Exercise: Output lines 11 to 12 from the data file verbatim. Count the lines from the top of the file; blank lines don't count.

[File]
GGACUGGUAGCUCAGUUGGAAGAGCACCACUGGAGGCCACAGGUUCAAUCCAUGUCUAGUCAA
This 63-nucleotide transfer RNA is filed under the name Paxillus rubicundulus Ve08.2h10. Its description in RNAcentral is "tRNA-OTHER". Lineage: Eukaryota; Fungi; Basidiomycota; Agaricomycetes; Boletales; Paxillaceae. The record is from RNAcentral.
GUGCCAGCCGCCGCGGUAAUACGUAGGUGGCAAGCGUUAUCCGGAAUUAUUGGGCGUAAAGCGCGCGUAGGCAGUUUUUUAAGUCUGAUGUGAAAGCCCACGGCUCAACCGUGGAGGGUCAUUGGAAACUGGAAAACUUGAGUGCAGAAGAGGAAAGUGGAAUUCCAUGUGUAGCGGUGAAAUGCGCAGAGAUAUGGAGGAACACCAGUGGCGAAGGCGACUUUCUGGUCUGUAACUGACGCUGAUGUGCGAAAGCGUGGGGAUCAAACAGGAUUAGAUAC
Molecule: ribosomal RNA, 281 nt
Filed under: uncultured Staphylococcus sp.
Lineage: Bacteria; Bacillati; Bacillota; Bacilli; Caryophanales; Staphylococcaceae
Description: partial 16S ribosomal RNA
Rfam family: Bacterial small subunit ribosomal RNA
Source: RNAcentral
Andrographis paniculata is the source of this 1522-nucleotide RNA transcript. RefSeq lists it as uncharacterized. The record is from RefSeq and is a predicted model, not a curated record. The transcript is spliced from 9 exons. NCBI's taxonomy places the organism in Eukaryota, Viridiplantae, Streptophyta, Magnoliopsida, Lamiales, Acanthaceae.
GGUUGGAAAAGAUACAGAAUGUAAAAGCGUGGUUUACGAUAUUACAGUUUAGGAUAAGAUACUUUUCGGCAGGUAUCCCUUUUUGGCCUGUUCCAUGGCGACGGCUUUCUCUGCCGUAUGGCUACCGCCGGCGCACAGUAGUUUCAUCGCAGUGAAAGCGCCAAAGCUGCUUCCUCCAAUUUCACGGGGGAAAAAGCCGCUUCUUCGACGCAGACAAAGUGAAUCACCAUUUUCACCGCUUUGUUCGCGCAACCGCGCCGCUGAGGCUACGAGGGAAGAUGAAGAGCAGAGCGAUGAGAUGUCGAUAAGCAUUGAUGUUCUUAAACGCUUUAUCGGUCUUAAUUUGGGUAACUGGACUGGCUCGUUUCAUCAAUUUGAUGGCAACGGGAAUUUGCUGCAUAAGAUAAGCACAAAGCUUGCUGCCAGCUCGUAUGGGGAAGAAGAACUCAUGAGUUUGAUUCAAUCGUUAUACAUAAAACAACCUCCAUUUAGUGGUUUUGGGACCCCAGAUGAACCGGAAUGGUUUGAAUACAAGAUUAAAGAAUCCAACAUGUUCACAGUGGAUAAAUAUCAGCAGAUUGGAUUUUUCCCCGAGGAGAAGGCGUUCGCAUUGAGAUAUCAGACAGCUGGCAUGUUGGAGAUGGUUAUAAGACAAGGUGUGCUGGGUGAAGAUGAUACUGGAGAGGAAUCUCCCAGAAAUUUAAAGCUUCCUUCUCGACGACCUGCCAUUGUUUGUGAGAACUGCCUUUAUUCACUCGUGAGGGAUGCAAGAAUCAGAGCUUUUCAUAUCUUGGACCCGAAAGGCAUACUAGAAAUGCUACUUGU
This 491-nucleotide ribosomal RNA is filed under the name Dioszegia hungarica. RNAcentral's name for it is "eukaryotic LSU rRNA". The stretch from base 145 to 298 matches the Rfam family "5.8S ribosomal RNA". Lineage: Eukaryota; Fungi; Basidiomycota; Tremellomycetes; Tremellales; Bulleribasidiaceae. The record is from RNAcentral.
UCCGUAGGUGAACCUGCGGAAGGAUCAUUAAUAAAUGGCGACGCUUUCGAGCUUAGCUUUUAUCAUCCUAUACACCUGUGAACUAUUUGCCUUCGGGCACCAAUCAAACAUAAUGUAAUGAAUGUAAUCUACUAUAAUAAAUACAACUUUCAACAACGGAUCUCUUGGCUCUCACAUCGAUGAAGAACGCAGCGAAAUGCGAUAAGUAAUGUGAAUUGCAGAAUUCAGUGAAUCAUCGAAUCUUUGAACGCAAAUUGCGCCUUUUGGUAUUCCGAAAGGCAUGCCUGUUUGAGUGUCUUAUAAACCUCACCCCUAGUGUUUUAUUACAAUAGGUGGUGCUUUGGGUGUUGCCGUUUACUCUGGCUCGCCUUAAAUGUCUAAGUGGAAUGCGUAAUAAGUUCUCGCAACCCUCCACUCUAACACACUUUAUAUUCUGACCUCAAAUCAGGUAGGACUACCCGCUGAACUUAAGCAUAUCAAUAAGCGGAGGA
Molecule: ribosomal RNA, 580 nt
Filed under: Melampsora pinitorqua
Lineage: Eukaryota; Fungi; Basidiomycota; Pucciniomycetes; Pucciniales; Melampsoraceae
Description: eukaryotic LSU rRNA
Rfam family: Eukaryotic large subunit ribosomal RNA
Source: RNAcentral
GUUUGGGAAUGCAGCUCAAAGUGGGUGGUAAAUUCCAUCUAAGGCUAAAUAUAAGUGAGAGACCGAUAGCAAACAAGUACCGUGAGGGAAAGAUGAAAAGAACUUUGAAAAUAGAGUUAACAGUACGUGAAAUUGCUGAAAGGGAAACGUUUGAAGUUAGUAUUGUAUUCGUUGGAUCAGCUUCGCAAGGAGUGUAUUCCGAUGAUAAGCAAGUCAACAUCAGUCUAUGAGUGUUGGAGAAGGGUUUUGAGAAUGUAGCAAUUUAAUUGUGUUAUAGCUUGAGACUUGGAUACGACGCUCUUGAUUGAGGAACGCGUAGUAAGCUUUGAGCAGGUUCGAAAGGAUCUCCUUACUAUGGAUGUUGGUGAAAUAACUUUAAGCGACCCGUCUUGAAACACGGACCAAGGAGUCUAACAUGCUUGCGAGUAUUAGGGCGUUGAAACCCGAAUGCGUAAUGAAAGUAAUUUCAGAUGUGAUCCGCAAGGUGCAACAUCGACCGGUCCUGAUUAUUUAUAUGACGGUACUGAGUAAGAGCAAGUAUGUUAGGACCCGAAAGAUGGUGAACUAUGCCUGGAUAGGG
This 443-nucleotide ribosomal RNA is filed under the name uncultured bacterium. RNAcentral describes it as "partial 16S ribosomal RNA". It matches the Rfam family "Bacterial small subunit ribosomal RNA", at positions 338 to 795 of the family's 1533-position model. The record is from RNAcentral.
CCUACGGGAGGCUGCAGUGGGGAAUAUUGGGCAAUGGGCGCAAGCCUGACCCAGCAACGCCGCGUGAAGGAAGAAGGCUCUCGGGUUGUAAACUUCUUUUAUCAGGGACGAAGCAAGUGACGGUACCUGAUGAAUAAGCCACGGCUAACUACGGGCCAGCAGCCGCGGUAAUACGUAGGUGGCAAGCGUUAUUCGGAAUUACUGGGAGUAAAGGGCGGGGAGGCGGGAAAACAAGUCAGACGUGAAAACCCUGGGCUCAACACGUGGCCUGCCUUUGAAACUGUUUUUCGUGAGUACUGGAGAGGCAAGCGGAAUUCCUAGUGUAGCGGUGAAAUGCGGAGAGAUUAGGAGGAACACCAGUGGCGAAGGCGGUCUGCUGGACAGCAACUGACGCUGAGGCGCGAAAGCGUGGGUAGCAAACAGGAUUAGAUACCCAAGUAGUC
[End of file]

GGUUGGAAAAGAUACAGAAUGUAAAAGCGUGGUUUACGAUAUUACAGUUUAGGAUAAGAUACUUUUCGGCAGGUAUCCCUUUUUGGCCUGUUCCAUGGCGACGGCUUUCUCUGCCGUAUGGCUACCGCCGGCGCACAGUAGUUUCAUCGCAGUGAAAGCGCCAAAGCUGCUUCCUCCAAUUUCACGGGGGAAAAAGCCGCUUCUUCGACGCAGACAAAGUGAAUCACCAUUUUCACCGCUUUGUUCGCGCAACCGCGCCGCUGAGGCUACGAGGGAAGAUGAAGAGCAGAGCGAUGAGAUGUCGAUAAGCAUUGAUGUUCUUAAACGCUUUAUCGGUCUUAAUUUGGGUAACUGGACUGGCUCGUUUCAUCAAUUUGAUGGCAACGGGAAUUUGCUGCAUAAGAUAAGCACAAAGCUUGCUGCCAGCUCGUAUGGGGAAGAAGAACUCAUGAGUUUGAUUCAAUCGUUAUACAUAAAACAACCUCCAUUUAGUGGUUUUGGGACCCCAGAUGAACCGGAAUGGUUUGAAUACAAGAUUAAAGAAUCCAACAUGUUCACAGUGGAUAAAUAUCAGCAGAUUGGAUUUUUCCCCGAGGAGAAGGCGUUCGCAUUGAGAUAUCAGACAGCUGGCAUGUUGGAGAUGGUUAUAAGACAAGGUGUGCUGGGUGAAGAUGAUACUGGAGAGGAAUCUCCCAGAAAUUUAAAGCUUCCUUCUCGACGACCUGCCAUUGUUUGUGAGAACUGCCUUUAUUCACUCGUGAGGGAUGCAAGAAUCAGAGCUUUUCAUAUCUUGGACCCGAAAGGCAUACUAGAAAUGCUACUUGU
This 491-nucleotide ribosomal RNA is filed under the name Dioszegia hungarica. RNAcentral's name for it is "eukaryotic LSU rRNA". The stretch from base 145 to 298 matches the Rfam family "5.8S ribosomal RNA". Lineage: Eukaryota; Fungi; Basidiomycota; Tremellomycetes; Tremellales; Bulleribasidiaceae. The record is from RNAcentral.